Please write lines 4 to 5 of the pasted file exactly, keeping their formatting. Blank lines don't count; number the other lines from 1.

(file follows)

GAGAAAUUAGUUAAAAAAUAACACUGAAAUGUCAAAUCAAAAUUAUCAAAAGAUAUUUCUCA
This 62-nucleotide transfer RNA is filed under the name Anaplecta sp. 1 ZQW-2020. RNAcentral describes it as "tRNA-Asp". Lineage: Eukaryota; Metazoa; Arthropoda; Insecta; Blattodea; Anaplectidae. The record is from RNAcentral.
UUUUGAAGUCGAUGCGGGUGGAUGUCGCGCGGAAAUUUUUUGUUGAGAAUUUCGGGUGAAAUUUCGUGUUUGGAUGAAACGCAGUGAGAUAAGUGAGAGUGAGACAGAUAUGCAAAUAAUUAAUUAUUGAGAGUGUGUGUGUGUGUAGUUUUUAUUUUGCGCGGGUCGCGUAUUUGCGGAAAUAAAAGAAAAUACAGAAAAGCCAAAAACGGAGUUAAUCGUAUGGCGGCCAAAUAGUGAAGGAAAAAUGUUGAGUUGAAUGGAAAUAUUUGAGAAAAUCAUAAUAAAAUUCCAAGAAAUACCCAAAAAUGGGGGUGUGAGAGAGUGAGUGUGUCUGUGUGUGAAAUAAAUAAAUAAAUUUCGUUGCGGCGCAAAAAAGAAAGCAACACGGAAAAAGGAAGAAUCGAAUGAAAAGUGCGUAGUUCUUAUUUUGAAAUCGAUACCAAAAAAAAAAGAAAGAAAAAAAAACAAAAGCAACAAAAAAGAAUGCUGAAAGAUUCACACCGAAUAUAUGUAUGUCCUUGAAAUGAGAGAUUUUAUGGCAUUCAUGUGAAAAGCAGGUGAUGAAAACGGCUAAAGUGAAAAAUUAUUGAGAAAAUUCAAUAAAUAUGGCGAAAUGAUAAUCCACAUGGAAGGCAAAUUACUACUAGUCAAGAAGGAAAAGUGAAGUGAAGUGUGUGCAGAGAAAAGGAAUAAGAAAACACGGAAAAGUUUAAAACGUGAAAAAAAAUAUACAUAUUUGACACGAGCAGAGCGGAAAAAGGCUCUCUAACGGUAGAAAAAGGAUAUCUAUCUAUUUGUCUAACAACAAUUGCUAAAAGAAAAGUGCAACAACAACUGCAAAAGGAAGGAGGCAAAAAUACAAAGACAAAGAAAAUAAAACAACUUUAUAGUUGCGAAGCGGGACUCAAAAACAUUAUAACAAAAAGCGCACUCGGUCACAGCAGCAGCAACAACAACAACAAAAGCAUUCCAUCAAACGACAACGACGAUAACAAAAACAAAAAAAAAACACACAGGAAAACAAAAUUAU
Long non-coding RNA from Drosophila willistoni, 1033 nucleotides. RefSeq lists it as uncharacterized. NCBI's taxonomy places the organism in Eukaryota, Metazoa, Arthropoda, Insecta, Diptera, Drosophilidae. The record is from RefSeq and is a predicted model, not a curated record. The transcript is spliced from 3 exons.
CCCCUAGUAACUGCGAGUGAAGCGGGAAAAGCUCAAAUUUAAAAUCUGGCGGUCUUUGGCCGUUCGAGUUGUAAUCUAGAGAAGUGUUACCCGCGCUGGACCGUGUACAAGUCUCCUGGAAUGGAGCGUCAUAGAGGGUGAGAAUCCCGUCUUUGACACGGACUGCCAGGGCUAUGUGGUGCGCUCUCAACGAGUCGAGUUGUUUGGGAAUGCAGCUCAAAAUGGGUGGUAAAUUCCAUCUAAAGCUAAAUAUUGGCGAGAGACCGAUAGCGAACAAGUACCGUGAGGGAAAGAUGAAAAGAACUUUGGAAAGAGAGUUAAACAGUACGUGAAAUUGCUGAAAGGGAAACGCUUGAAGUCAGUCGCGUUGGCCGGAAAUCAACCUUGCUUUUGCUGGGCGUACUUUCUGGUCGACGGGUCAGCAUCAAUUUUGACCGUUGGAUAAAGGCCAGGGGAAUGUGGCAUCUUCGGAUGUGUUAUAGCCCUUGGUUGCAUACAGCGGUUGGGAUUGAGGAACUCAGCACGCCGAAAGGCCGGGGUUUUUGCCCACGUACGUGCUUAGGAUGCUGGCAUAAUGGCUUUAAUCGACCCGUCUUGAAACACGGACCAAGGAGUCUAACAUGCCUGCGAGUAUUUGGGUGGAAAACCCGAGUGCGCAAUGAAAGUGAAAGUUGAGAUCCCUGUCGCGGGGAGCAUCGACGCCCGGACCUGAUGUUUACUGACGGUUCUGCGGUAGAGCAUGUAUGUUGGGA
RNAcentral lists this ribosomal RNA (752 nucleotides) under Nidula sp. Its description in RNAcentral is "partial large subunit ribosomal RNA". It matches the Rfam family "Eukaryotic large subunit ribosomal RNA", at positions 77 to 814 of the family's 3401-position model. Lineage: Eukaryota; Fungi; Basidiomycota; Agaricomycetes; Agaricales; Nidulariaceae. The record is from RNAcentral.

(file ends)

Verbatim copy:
Long non-coding RNA from Drosophila willistoni, 1033 nucleotides. RefSeq lists it as uncharacterized. NCBI's taxonomy places the organism in Eukaryota, Metazoa, Arthropoda, Insecta, Diptera, Drosophilidae. The record is from RefSeq and is a predicted model, not a curated record. The transcript is spliced from 3 exons.
CCCCUAGUAACUGCGAGUGAAGCGGGAAAAGCUCAAAUUUAAAAUCUGGCGGUCUUUGGCCGUUCGAGUUGUAAUCUAGAGAAGUGUUACCCGCGCUGGACCGUGUACAAGUCUCCUGGAAUGGAGCGUCAUAGAGGGUGAGAAUCCCGUCUUUGACACGGACUGCCAGGGCUAUGUGGUGCGCUCUCAACGAGUCGAGUUGUUUGGGAAUGCAGCUCAAAAUGGGUGGUAAAUUCCAUCUAAAGCUAAAUAUUGGCGAGAGACCGAUAGCGAACAAGUACCGUGAGGGAAAGAUGAAAAGAACUUUGGAAAGAGAGUUAAACAGUACGUGAAAUUGCUGAAAGGGAAACGCUUGAAGUCAGUCGCGUUGGCCGGAAAUCAACCUUGCUUUUGCUGGGCGUACUUUCUGGUCGACGGGUCAGCAUCAAUUUUGACCGUUGGAUAAAGGCCAGGGGAAUGUGGCAUCUUCGGAUGUGUUAUAGCCCUUGGUUGCAUACAGCGGUUGGGAUUGAGGAACUCAGCACGCCGAAAGGCCGGGGUUUUUGCCCACGUACGUGCUUAGGAUGCUGGCAUAAUGGCUUUAAUCGACCCGUCUUGAAACACGGACCAAGGAGUCUAACAUGCCUGCGAGUAUUUGGGUGGAAAACCCGAGUGCGCAAUGAAAGUGAAAGUUGAGAUCCCUGUCGCGGGGAGCAUCGACGCCCGGACCUGAUGUUUACUGACGGUUCUGCGGUAGAGCAUGUAUGUUGGGA